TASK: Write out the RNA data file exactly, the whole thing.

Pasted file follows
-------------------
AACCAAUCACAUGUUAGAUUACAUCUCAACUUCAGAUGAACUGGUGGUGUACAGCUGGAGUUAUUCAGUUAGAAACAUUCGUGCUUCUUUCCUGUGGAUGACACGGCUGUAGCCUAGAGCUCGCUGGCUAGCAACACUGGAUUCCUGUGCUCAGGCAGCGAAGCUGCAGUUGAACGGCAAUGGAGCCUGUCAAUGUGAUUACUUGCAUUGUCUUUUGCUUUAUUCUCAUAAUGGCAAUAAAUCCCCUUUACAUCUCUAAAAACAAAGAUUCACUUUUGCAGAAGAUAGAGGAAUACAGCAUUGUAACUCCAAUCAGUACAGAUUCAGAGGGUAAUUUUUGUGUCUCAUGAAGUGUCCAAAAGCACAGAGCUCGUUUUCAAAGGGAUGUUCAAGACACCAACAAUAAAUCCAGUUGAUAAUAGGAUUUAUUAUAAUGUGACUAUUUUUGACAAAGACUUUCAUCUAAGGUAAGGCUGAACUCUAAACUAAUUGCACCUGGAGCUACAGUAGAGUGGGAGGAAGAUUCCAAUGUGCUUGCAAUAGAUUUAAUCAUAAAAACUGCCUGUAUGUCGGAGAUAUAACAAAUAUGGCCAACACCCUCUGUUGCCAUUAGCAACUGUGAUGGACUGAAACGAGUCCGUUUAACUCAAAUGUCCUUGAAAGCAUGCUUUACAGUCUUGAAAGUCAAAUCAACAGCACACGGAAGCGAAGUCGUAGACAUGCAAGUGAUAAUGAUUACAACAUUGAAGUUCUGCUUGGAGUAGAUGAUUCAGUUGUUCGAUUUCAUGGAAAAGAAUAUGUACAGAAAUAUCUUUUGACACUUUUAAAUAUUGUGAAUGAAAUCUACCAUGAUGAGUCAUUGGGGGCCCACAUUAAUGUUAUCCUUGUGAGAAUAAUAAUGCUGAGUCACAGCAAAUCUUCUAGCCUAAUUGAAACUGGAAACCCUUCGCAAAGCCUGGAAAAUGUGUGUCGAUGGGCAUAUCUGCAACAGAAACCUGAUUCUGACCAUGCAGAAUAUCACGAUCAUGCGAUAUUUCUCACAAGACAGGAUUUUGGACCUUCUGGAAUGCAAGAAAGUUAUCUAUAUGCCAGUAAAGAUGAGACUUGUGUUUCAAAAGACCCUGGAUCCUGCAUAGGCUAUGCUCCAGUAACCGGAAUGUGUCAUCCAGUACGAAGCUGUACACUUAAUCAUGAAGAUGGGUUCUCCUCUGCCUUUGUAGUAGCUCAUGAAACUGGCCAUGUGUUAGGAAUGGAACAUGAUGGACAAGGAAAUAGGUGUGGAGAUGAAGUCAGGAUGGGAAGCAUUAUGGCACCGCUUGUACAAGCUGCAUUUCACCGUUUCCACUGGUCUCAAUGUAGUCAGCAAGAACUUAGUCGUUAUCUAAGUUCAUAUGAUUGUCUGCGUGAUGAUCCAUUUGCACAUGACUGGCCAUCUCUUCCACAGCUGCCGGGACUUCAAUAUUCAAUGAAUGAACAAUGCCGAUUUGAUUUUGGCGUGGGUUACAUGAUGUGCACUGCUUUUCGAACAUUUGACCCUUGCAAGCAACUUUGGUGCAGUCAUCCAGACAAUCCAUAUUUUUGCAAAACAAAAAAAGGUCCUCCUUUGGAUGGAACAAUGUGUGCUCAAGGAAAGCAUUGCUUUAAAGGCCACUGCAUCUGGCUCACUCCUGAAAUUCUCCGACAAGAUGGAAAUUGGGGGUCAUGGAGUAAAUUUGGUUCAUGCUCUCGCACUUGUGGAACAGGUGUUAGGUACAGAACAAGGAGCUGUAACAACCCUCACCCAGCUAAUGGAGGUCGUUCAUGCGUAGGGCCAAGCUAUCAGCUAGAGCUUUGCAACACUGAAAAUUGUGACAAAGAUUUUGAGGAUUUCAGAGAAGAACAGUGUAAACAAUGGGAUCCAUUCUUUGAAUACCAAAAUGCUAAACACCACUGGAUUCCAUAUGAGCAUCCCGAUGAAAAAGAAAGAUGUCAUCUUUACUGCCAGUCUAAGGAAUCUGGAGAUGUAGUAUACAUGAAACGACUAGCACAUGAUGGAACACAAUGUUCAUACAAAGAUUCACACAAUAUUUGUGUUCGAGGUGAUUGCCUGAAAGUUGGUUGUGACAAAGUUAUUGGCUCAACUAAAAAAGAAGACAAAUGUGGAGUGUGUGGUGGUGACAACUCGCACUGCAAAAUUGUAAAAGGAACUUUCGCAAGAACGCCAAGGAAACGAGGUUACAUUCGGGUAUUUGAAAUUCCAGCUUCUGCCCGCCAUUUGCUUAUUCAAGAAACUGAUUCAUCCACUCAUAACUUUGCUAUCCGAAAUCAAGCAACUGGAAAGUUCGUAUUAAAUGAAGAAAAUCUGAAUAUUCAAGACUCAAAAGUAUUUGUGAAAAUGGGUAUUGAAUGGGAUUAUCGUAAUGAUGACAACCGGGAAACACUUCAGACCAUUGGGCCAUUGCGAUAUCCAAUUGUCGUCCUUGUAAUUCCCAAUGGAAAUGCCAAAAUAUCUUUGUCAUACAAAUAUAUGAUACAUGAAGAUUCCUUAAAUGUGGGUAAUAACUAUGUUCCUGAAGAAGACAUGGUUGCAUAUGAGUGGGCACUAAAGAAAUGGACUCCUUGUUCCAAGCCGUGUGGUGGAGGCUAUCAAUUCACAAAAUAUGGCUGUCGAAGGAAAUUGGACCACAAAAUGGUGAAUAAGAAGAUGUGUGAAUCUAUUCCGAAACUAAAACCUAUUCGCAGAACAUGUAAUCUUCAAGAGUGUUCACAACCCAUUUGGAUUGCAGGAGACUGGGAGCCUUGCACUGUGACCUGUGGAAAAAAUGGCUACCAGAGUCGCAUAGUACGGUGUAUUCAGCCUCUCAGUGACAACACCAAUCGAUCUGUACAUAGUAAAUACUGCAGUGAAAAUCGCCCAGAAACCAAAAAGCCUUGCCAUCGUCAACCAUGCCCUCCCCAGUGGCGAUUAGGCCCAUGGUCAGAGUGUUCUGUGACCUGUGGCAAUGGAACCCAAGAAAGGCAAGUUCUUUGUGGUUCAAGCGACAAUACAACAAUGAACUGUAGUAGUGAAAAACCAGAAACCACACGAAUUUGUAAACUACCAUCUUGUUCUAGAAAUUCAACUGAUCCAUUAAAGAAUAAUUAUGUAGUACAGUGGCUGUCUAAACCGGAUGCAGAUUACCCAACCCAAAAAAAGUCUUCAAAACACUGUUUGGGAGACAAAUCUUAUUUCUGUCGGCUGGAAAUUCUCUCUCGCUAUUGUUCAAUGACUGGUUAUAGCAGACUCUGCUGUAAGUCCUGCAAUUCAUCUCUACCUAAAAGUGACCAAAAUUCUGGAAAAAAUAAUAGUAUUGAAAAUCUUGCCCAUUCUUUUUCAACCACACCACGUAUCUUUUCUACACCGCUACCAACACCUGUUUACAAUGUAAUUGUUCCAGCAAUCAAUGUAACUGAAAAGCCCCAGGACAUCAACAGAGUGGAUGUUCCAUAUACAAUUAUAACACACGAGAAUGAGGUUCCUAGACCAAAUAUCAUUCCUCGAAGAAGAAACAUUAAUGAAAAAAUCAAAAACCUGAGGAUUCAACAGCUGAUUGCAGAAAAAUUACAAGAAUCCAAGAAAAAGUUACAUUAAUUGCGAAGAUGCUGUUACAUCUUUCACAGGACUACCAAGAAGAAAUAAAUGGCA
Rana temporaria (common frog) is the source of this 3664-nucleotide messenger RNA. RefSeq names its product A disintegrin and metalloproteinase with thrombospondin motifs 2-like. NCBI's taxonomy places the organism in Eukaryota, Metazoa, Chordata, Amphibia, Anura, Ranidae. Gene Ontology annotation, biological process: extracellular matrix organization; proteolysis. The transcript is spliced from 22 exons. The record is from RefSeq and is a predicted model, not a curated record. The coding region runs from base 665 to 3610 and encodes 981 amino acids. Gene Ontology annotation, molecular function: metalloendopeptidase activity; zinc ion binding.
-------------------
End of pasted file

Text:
AACCAAUCACAUGUUAGAUUACAUCUCAACUUCAGAUGAACUGGUGGUGUACAGCUGGAGUUAUUCAGUUAGAAACAUUCGUGCUUCUUUCCUGUGGAUGACACGGCUGUAGCCUAGAGCUCGCUGGCUAGCAACACUGGAUUCCUGUGCUCAGGCAGCGAAGCUGCAGUUGAACGGCAAUGGAGCCUGUCAAUGUGAUUACUUGCAUUGUCUUUUGCUUUAUUCUCAUAAUGGCAAUAAAUCCCCUUUACAUCUCUAAAAACAAAGAUUCACUUUUGCAGAAGAUAGAGGAAUACAGCAUUGUAACUCCAAUCAGUACAGAUUCAGAGGGUAAUUUUUGUGUCUCAUGAAGUGUCCAAAAGCACAGAGCUCGUUUUCAAAGGGAUGUUCAAGACACCAACAAUAAAUCCAGUUGAUAAUAGGAUUUAUUAUAAUGUGACUAUUUUUGACAAAGACUUUCAUCUAAGGUAAGGCUGAACUCUAAACUAAUUGCACCUGGAGCUACAGUAGAGUGGGAGGAAGAUUCCAAUGUGCUUGCAAUAGAUUUAAUCAUAAAAACUGCCUGUAUGUCGGAGAUAUAACAAAUAUGGCCAACACCCUCUGUUGCCAUUAGCAACUGUGAUGGACUGAAACGAGUCCGUUUAACUCAAAUGUCCUUGAAAGCAUGCUUUACAGUCUUGAAAGUCAAAUCAACAGCACACGGAAGCGAAGUCGUAGACAUGCAAGUGAUAAUGAUUACAACAUUGAAGUUCUGCUUGGAGUAGAUGAUUCAGUUGUUCGAUUUCAUGGAAAAGAAUAUGUACAGAAAUAUCUUUUGACACUUUUAAAUAUUGUGAAUGAAAUCUACCAUGAUGAGUCAUUGGGGGCCCACAUUAAUGUUAUCCUUGUGAGAAUAAUAAUGCUGAGUCACAGCAAAUCUUCUAGCCUAAUUGAAACUGGAAACCCUUCGCAAAGCCUGGAAAAUGUGUGUCGAUGGGCAUAUCUGCAACAGAAACCUGAUUCUGACCAUGCAGAAUAUCACGAUCAUGCGAUAUUUCUCACAAGACAGGAUUUUGGACCUUCUGGAAUGCAAGAAAGUUAUCUAUAUGCCAGUAAAGAUGAGACUUGUGUUUCAAAAGACCCUGGAUCCUGCAUAGGCUAUGCUCCAGUAACCGGAAUGUGUCAUCCAGUACGAAGCUGUACACUUAAUCAUGAAGAUGGGUUCUCCUCUGCCUUUGUAGUAGCUCAUGAAACUGGCCAUGUGUUAGGAAUGGAACAUGAUGGACAAGGAAAUAGGUGUGGAGAUGAAGUCAGGAUGGGAAGCAUUAUGGCACCGCUUGUACAAGCUGCAUUUCACCGUUUCCACUGGUCUCAAUGUAGUCAGCAAGAACUUAGUCGUUAUCUAAGUUCAUAUGAUUGUCUGCGUGAUGAUCCAUUUGCACAUGACUGGCCAUCUCUUCCACAGCUGCCGGGACUUCAAUAUUCAAUGAAUGAACAAUGCCGAUUUGAUUUUGGCGUGGGUUACAUGAUGUGCACUGCUUUUCGAACAUUUGACCCUUGCAAGCAACUUUGGUGCAGUCAUCCAGACAAUCCAUAUUUUUGCAAAACAAAAAAAGGUCCUCCUUUGGAUGGAACAAUGUGUGCUCAAGGAAAGCAUUGCUUUAAAGGCCACUGCAUCUGGCUCACUCCUGAAAUUCUCCGACAAGAUGGAAAUUGGGGGUCAUGGAGUAAAUUUGGUUCAUGCUCUCGCACUUGUGGAACAGGUGUUAGGUACAGAACAAGGAGCUGUAACAACCCUCACCCAGCUAAUGGAGGUCGUUCAUGCGUAGGGCCAAGCUAUCAGCUAGAGCUUUGCAACACUGAAAAUUGUGACAAAGAUUUUGAGGAUUUCAGAGAAGAACAGUGUAAACAAUGGGAUCCAUUCUUUGAAUACCAAAAUGCUAAACACCACUGGAUUCCAUAUGAGCAUCCCGAUGAAAAAGAAAGAUGUCAUCUUUACUGCCAGUCUAAGGAAUCUGGAGAUGUAGUAUACAUGAAACGACUAGCACAUGAUGGAACACAAUGUUCAUACAAAGAUUCACACAAUAUUUGUGUUCGAGGUGAUUGCCUGAAAGUUGGUUGUGACAAAGUUAUUGGCUCAACUAAAAAAGAAGACAAAUGUGGAGUGUGUGGUGGUGACAACUCGCACUGCAAAAUUGUAAAAGGAACUUUCGCAAGAACGCCAAGGAAACGAGGUUACAUUCGGGUAUUUGAAAUUCCAGCUUCUGCCCGCCAUUUGCUUAUUCAAGAAACUGAUUCAUCCACUCAUAACUUUGCUAUCCGAAAUCAAGCAACUGGAAAGUUCGUAUUAAAUGAAGAAAAUCUGAAUAUUCAAGACUCAAAAGUAUUUGUGAAAAUGGGUAUUGAAUGGGAUUAUCGUAAUGAUGACAACCGGGAAACACUUCAGACCAUUGGGCCAUUGCGAUAUCCAAUUGUCGUCCUUGUAAUUCCCAAUGGAAAUGCCAAAAUAUCUUUGUCAUACAAAUAUAUGAUACAUGAAGAUUCCUUAAAUGUGGGUAAUAACUAUGUUCCUGAAGAAGACAUGGUUGCAUAUGAGUGGGCACUAAAGAAAUGGACUCCUUGUUCCAAGCCGUGUGGUGGAGGCUAUCAAUUCACAAAAUAUGGCUGUCGAAGGAAAUUGGACCACAAAAUGGUGAAUAAGAAGAUGUGUGAAUCUAUUCCGAAACUAAAACCUAUUCGCAGAACAUGUAAUCUUCAAGAGUGUUCACAACCCAUUUGGAUUGCAGGAGACUGGGAGCCUUGCACUGUGACCUGUGGAAAAAAUGGCUACCAGAGUCGCAUAGUACGGUGUAUUCAGCCUCUCAGUGACAACACCAAUCGAUCUGUACAUAGUAAAUACUGCAGUGAAAAUCGCCCAGAAACCAAAAAGCCUUGCCAUCGUCAACCAUGCCCUCCCCAGUGGCGAUUAGGCCCAUGGUCAGAGUGUUCUGUGACCUGUGGCAAUGGAACCCAAGAAAGGCAAGUUCUUUGUGGUUCAAGCGACAAUACAACAAUGAACUGUAGUAGUGAAAAACCAGAAACCACACGAAUUUGUAAACUACCAUCUUGUUCUAGAAAUUCAACUGAUCCAUUAAAGAAUAAUUAUGUAGUACAGUGGCUGUCUAAACCGGAUGCAGAUUACCCAACCCAAAAAAAGUCUUCAAAACACUGUUUGGGAGACAAAUCUUAUUUCUGUCGGCUGGAAAUUCUCUCUCGCUAUUGUUCAAUGACUGGUUAUAGCAGACUCUGCUGUAAGUCCUGCAAUUCAUCUCUACCUAAAAGUGACCAAAAUUCUGGAAAAAAUAAUAGUAUUGAAAAUCUUGCCCAUUCUUUUUCAACCACACCACGUAUCUUUUCUACACCGCUACCAACACCUGUUUACAAUGUAAUUGUUCCAGCAAUCAAUGUAACUGAAAAGCCCCAGGACAUCAACAGAGUGGAUGUUCCAUAUACAAUUAUAACACACGAGAAUGAGGUUCCUAGACCAAAUAUCAUUCCUCGAAGAAGAAACAUUAAUGAAAAAAUCAAAAACCUGAGGAUUCAACAGCUGAUUGCAGAAAAAUUACAAGAAUCCAAGAAAAAGUUACAUUAAUUGCGAAGAUGCUGUUACAUCUUUCACAGGACUACCAAGAAGAAAUAAAUGGCA
Rana temporaria (common frog) is the source of this 3664-nucleotide messenger RNA. RefSeq names its product A disintegrin and metalloproteinase with thrombospondin motifs 2-like. NCBI's taxonomy places the organism in Eukaryota, Metazoa, Chordata, Amphibia, Anura, Ranidae. Gene Ontology annotation, biological process: extracellular matrix organization; proteolysis. The transcript is spliced from 22 exons. The record is from RefSeq and is a predicted model, not a curated record. The coding region runs from base 665 to 3610 and encodes 981 amino acids. Gene Ontology annotation, molecular function: metalloendopeptidase activity; zinc ion binding.